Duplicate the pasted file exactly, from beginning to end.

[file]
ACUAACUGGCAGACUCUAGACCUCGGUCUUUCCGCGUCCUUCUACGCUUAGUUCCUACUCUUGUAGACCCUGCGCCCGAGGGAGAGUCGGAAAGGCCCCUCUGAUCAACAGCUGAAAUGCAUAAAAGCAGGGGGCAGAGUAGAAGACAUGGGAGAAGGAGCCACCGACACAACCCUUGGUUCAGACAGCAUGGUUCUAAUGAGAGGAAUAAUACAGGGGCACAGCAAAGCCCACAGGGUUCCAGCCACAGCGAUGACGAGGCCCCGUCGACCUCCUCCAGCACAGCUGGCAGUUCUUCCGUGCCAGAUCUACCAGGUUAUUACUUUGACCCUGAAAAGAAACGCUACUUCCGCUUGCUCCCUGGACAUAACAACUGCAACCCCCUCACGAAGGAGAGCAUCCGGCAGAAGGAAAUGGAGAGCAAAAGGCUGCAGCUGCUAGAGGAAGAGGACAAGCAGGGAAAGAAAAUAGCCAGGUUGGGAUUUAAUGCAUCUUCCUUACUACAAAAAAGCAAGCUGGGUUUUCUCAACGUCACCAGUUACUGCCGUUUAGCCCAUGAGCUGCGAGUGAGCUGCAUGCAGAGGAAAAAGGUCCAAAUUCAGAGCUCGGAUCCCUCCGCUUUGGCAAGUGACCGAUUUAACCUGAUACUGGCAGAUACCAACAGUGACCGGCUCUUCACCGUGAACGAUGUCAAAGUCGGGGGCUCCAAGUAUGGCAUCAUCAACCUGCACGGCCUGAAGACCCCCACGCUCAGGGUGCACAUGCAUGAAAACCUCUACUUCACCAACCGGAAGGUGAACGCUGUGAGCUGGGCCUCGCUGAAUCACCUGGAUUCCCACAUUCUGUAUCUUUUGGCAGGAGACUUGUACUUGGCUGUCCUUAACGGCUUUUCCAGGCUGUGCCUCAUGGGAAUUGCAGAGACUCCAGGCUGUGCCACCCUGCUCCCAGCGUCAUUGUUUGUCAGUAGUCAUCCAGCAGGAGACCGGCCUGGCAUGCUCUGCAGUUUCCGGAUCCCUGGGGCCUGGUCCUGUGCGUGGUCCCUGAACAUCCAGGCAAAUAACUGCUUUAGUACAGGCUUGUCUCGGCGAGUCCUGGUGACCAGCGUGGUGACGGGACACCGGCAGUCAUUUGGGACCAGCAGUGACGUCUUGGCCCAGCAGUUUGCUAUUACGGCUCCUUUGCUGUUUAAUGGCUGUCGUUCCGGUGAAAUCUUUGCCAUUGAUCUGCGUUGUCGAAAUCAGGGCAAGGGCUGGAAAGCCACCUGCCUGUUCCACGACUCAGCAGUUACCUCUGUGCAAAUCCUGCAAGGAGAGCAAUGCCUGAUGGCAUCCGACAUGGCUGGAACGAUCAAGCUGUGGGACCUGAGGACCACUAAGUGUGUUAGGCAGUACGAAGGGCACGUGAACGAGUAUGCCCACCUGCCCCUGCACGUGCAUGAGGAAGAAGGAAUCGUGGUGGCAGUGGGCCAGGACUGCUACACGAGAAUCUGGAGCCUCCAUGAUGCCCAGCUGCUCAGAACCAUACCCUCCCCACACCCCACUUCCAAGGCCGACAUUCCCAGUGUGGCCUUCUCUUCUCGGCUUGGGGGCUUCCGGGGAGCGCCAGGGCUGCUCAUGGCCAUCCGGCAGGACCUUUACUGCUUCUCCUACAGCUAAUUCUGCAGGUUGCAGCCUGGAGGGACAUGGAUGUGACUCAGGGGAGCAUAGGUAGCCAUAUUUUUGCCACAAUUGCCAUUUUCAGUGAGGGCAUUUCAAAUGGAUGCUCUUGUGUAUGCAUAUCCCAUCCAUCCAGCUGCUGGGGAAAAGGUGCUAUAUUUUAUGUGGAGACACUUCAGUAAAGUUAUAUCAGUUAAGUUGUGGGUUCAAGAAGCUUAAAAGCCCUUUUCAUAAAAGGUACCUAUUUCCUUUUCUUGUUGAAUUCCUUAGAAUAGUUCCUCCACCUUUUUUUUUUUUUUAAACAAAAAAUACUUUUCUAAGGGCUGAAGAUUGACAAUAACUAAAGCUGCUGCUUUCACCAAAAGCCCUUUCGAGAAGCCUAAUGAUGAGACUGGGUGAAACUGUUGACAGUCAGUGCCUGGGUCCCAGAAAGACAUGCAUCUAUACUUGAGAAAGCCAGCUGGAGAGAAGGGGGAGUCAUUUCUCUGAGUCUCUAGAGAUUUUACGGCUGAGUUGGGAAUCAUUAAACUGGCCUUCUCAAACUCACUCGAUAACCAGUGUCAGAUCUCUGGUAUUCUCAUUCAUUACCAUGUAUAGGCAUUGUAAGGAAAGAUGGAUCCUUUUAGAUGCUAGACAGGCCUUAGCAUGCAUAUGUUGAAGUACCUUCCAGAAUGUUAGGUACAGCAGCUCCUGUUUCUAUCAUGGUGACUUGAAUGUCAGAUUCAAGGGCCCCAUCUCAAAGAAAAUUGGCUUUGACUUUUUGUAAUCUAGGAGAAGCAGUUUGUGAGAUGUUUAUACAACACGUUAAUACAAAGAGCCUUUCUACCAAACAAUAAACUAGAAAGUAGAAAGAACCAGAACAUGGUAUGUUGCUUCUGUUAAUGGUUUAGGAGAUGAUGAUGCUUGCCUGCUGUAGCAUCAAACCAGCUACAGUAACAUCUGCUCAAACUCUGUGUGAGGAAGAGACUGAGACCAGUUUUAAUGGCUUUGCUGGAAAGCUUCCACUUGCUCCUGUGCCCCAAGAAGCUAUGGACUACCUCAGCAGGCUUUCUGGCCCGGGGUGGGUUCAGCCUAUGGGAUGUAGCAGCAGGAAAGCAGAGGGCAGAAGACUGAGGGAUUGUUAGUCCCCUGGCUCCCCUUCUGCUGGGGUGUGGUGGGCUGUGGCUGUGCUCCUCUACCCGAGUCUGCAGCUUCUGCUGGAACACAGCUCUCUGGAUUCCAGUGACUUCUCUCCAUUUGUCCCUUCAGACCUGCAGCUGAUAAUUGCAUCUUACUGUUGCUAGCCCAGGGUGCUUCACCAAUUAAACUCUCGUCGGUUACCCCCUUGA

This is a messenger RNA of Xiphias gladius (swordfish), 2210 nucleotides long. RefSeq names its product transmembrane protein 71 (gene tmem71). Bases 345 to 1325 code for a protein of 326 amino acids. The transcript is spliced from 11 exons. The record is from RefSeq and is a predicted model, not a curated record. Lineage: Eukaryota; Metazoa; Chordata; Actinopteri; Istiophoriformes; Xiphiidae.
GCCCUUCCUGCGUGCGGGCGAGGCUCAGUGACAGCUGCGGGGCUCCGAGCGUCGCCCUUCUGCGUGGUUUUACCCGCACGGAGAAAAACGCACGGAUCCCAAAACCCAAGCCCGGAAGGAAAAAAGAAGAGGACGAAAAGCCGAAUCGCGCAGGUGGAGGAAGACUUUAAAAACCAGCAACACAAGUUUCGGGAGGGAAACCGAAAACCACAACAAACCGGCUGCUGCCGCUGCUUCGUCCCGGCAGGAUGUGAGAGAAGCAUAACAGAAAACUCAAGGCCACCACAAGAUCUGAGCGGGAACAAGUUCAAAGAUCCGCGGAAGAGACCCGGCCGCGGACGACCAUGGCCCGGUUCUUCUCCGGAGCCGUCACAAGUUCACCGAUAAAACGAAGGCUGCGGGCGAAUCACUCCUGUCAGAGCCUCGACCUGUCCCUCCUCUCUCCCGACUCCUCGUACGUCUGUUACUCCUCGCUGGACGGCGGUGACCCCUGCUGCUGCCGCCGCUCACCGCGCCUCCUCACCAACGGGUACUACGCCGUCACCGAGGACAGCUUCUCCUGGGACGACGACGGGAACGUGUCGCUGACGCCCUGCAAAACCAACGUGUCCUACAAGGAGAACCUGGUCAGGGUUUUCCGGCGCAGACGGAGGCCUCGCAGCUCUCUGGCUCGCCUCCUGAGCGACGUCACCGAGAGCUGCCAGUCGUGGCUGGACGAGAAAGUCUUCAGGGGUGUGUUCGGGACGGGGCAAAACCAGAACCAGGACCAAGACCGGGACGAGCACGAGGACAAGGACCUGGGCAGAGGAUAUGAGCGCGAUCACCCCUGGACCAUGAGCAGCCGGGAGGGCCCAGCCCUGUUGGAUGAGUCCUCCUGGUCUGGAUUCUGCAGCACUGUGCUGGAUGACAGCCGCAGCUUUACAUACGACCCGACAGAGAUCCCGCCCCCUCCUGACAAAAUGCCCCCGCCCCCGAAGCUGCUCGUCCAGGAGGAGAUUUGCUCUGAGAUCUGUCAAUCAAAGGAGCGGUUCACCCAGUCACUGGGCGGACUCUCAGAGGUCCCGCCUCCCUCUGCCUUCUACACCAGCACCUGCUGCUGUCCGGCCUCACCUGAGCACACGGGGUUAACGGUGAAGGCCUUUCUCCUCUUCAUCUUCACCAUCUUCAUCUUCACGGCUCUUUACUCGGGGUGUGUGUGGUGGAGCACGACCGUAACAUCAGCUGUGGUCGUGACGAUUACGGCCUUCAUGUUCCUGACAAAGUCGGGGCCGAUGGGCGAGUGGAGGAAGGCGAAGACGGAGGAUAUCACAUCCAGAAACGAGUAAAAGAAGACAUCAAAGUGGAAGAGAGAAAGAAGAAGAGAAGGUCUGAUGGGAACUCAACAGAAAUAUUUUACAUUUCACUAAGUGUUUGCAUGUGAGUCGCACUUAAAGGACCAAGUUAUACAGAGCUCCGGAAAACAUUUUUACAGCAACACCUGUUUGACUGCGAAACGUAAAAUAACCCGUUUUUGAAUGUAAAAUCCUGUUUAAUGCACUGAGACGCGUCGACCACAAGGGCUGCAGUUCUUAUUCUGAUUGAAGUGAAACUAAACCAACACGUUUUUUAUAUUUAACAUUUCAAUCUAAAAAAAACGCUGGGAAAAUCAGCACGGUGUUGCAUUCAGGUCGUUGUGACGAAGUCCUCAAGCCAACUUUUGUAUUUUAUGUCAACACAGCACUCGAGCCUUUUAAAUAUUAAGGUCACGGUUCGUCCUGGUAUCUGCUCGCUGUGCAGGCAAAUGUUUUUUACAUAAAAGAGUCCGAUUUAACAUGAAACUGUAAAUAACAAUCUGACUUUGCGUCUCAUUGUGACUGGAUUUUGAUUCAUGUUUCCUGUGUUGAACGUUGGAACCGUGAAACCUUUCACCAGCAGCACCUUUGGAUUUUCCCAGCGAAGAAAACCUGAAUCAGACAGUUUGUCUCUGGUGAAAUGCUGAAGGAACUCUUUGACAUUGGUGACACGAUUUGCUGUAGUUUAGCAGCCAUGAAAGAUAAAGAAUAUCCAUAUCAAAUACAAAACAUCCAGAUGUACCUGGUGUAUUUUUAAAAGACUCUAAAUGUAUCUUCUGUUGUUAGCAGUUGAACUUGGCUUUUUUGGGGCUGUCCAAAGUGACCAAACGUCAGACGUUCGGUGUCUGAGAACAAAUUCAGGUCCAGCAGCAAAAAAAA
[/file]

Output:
ACUAACUGGCAGACUCUAGACCUCGGUCUUUCCGCGUCCUUCUACGCUUAGUUCCUACUCUUGUAGACCCUGCGCCCGAGGGAGAGUCGGAAAGGCCCCUCUGAUCAACAGCUGAAAUGCAUAAAAGCAGGGGGCAGAGUAGAAGACAUGGGAGAAGGAGCCACCGACACAACCCUUGGUUCAGACAGCAUGGUUCUAAUGAGAGGAAUAAUACAGGGGCACAGCAAAGCCCACAGGGUUCCAGCCACAGCGAUGACGAGGCCCCGUCGACCUCCUCCAGCACAGCUGGCAGUUCUUCCGUGCCAGAUCUACCAGGUUAUUACUUUGACCCUGAAAAGAAACGCUACUUCCGCUUGCUCCCUGGACAUAACAACUGCAACCCCCUCACGAAGGAGAGCAUCCGGCAGAAGGAAAUGGAGAGCAAAAGGCUGCAGCUGCUAGAGGAAGAGGACAAGCAGGGAAAGAAAAUAGCCAGGUUGGGAUUUAAUGCAUCUUCCUUACUACAAAAAAGCAAGCUGGGUUUUCUCAACGUCACCAGUUACUGCCGUUUAGCCCAUGAGCUGCGAGUGAGCUGCAUGCAGAGGAAAAAGGUCCAAAUUCAGAGCUCGGAUCCCUCCGCUUUGGCAAGUGACCGAUUUAACCUGAUACUGGCAGAUACCAACAGUGACCGGCUCUUCACCGUGAACGAUGUCAAAGUCGGGGGCUCCAAGUAUGGCAUCAUCAACCUGCACGGCCUGAAGACCCCCACGCUCAGGGUGCACAUGCAUGAAAACCUCUACUUCACCAACCGGAAGGUGAACGCUGUGAGCUGGGCCUCGCUGAAUCACCUGGAUUCCCACAUUCUGUAUCUUUUGGCAGGAGACUUGUACUUGGCUGUCCUUAACGGCUUUUCCAGGCUGUGCCUCAUGGGAAUUGCAGAGACUCCAGGCUGUGCCACCCUGCUCCCAGCGUCAUUGUUUGUCAGUAGUCAUCCAGCAGGAGACCGGCCUGGCAUGCUCUGCAGUUUCCGGAUCCCUGGGGCCUGGUCCUGUGCGUGGUCCCUGAACAUCCAGGCAAAUAACUGCUUUAGUACAGGCUUGUCUCGGCGAGUCCUGGUGACCAGCGUGGUGACGGGACACCGGCAGUCAUUUGGGACCAGCAGUGACGUCUUGGCCCAGCAGUUUGCUAUUACGGCUCCUUUGCUGUUUAAUGGCUGUCGUUCCGGUGAAAUCUUUGCCAUUGAUCUGCGUUGUCGAAAUCAGGGCAAGGGCUGGAAAGCCACCUGCCUGUUCCACGACUCAGCAGUUACCUCUGUGCAAAUCCUGCAAGGAGAGCAAUGCCUGAUGGCAUCCGACAUGGCUGGAACGAUCAAGCUGUGGGACCUGAGGACCACUAAGUGUGUUAGGCAGUACGAAGGGCACGUGAACGAGUAUGCCCACCUGCCCCUGCACGUGCAUGAGGAAGAAGGAAUCGUGGUGGCAGUGGGCCAGGACUGCUACACGAGAAUCUGGAGCCUCCAUGAUGCCCAGCUGCUCAGAACCAUACCCUCCCCACACCCCACUUCCAAGGCCGACAUUCCCAGUGUGGCCUUCUCUUCUCGGCUUGGGGGCUUCCGGGGAGCGCCAGGGCUGCUCAUGGCCAUCCGGCAGGACCUUUACUGCUUCUCCUACAGCUAAUUCUGCAGGUUGCAGCCUGGAGGGACAUGGAUGUGACUCAGGGGAGCAUAGGUAGCCAUAUUUUUGCCACAAUUGCCAUUUUCAGUGAGGGCAUUUCAAAUGGAUGCUCUUGUGUAUGCAUAUCCCAUCCAUCCAGCUGCUGGGGAAAAGGUGCUAUAUUUUAUGUGGAGACACUUCAGUAAAGUUAUAUCAGUUAAGUUGUGGGUUCAAGAAGCUUAAAAGCCCUUUUCAUAAAAGGUACCUAUUUCCUUUUCUUGUUGAAUUCCUUAGAAUAGUUCCUCCACCUUUUUUUUUUUUUUAAACAAAAAAUACUUUUCUAAGGGCUGAAGAUUGACAAUAACUAAAGCUGCUGCUUUCACCAAAAGCCCUUUCGAGAAGCCUAAUGAUGAGACUGGGUGAAACUGUUGACAGUCAGUGCCUGGGUCCCAGAAAGACAUGCAUCUAUACUUGAGAAAGCCAGCUGGAGAGAAGGGGGAGUCAUUUCUCUGAGUCUCUAGAGAUUUUACGGCUGAGUUGGGAAUCAUUAAACUGGCCUUCUCAAACUCACUCGAUAACCAGUGUCAGAUCUCUGGUAUUCUCAUUCAUUACCAUGUAUAGGCAUUGUAAGGAAAGAUGGAUCCUUUUAGAUGCUAGACAGGCCUUAGCAUGCAUAUGUUGAAGUACCUUCCAGAAUGUUAGGUACAGCAGCUCCUGUUUCUAUCAUGGUGACUUGAAUGUCAGAUUCAAGGGCCCCAUCUCAAAGAAAAUUGGCUUUGACUUUUUGUAAUCUAGGAGAAGCAGUUUGUGAGAUGUUUAUACAACACGUUAAUACAAAGAGCCUUUCUACCAAACAAUAAACUAGAAAGUAGAAAGAACCAGAACAUGGUAUGUUGCUUCUGUUAAUGGUUUAGGAGAUGAUGAUGCUUGCCUGCUGUAGCAUCAAACCAGCUACAGUAACAUCUGCUCAAACUCUGUGUGAGGAAGAGACUGAGACCAGUUUUAAUGGCUUUGCUGGAAAGCUUCCACUUGCUCCUGUGCCCCAAGAAGCUAUGGACUACCUCAGCAGGCUUUCUGGCCCGGGGUGGGUUCAGCCUAUGGGAUGUAGCAGCAGGAAAGCAGAGGGCAGAAGACUGAGGGAUUGUUAGUCCCCUGGCUCCCCUUCUGCUGGGGUGUGGUGGGCUGUGGCUGUGCUCCUCUACCCGAGUCUGCAGCUUCUGCUGGAACACAGCUCUCUGGAUUCCAGUGACUUCUCUCCAUUUGUCCCUUCAGACCUGCAGCUGAUAAUUGCAUCUUACUGUUGCUAGCCCAGGGUGCUUCACCAAUUAAACUCUCGUCGGUUACCCCCUUGA

This is a messenger RNA of Xiphias gladius (swordfish), 2210 nucleotides long. RefSeq names its product transmembrane protein 71 (gene tmem71). Bases 345 to 1325 code for a protein of 326 amino acids. The transcript is spliced from 11 exons. The record is from RefSeq and is a predicted model, not a curated record. Lineage: Eukaryota; Metazoa; Chordata; Actinopteri; Istiophoriformes; Xiphiidae.
GCCCUUCCUGCGUGCGGGCGAGGCUCAGUGACAGCUGCGGGGCUCCGAGCGUCGCCCUUCUGCGUGGUUUUACCCGCACGGAGAAAAACGCACGGAUCCCAAAACCCAAGCCCGGAAGGAAAAAAGAAGAGGACGAAAAGCCGAAUCGCGCAGGUGGAGGAAGACUUUAAAAACCAGCAACACAAGUUUCGGGAGGGAAACCGAAAACCACAACAAACCGGCUGCUGCCGCUGCUUCGUCCCGGCAGGAUGUGAGAGAAGCAUAACAGAAAACUCAAGGCCACCACAAGAUCUGAGCGGGAACAAGUUCAAAGAUCCGCGGAAGAGACCCGGCCGCGGACGACCAUGGCCCGGUUCUUCUCCGGAGCCGUCACAAGUUCACCGAUAAAACGAAGGCUGCGGGCGAAUCACUCCUGUCAGAGCCUCGACCUGUCCCUCCUCUCUCCCGACUCCUCGUACGUCUGUUACUCCUCGCUGGACGGCGGUGACCCCUGCUGCUGCCGCCGCUCACCGCGCCUCCUCACCAACGGGUACUACGCCGUCACCGAGGACAGCUUCUCCUGGGACGACGACGGGAACGUGUCGCUGACGCCCUGCAAAACCAACGUGUCCUACAAGGAGAACCUGGUCAGGGUUUUCCGGCGCAGACGGAGGCCUCGCAGCUCUCUGGCUCGCCUCCUGAGCGACGUCACCGAGAGCUGCCAGUCGUGGCUGGACGAGAAAGUCUUCAGGGGUGUGUUCGGGACGGGGCAAAACCAGAACCAGGACCAAGACCGGGACGAGCACGAGGACAAGGACCUGGGCAGAGGAUAUGAGCGCGAUCACCCCUGGACCAUGAGCAGCCGGGAGGGCCCAGCCCUGUUGGAUGAGUCCUCCUGGUCUGGAUUCUGCAGCACUGUGCUGGAUGACAGCCGCAGCUUUACAUACGACCCGACAGAGAUCCCGCCCCCUCCUGACAAAAUGCCCCCGCCCCCGAAGCUGCUCGUCCAGGAGGAGAUUUGCUCUGAGAUCUGUCAAUCAAAGGAGCGGUUCACCCAGUCACUGGGCGGACUCUCAGAGGUCCCGCCUCCCUCUGCCUUCUACACCAGCACCUGCUGCUGUCCGGCCUCACCUGAGCACACGGGGUUAACGGUGAAGGCCUUUCUCCUCUUCAUCUUCACCAUCUUCAUCUUCACGGCUCUUUACUCGGGGUGUGUGUGGUGGAGCACGACCGUAACAUCAGCUGUGGUCGUGACGAUUACGGCCUUCAUGUUCCUGACAAAGUCGGGGCCGAUGGGCGAGUGGAGGAAGGCGAAGACGGAGGAUAUCACAUCCAGAAACGAGUAAAAGAAGACAUCAAAGUGGAAGAGAGAAAGAAGAAGAGAAGGUCUGAUGGGAACUCAACAGAAAUAUUUUACAUUUCACUAAGUGUUUGCAUGUGAGUCGCACUUAAAGGACCAAGUUAUACAGAGCUCCGGAAAACAUUUUUACAGCAACACCUGUUUGACUGCGAAACGUAAAAUAACCCGUUUUUGAAUGUAAAAUCCUGUUUAAUGCACUGAGACGCGUCGACCACAAGGGCUGCAGUUCUUAUUCUGAUUGAAGUGAAACUAAACCAACACGUUUUUUAUAUUUAACAUUUCAAUCUAAAAAAAACGCUGGGAAAAUCAGCACGGUGUUGCAUUCAGGUCGUUGUGACGAAGUCCUCAAGCCAACUUUUGUAUUUUAUGUCAACACAGCACUCGAGCCUUUUAAAUAUUAAGGUCACGGUUCGUCCUGGUAUCUGCUCGCUGUGCAGGCAAAUGUUUUUUACAUAAAAGAGUCCGAUUUAACAUGAAACUGUAAAUAACAAUCUGACUUUGCGUCUCAUUGUGACUGGAUUUUGAUUCAUGUUUCCUGUGUUGAACGUUGGAACCGUGAAACCUUUCACCAGCAGCACCUUUGGAUUUUCCCAGCGAAGAAAACCUGAAUCAGACAGUUUGUCUCUGGUGAAAUGCUGAAGGAACUCUUUGACAUUGGUGACACGAUUUGCUGUAGUUUAGCAGCCAUGAAAGAUAAAGAAUAUCCAUAUCAAAUACAAAACAUCCAGAUGUACCUGGUGUAUUUUUAAAAGACUCUAAAUGUAUCUUCUGUUGUUAGCAGUUGAACUUGGCUUUUUUGGGGCUGUCCAAAGUGACCAAACGUCAGACGUUCGGUGUCUGAGAACAAAUUCAGGUCCAGCAGCAAAAAAAA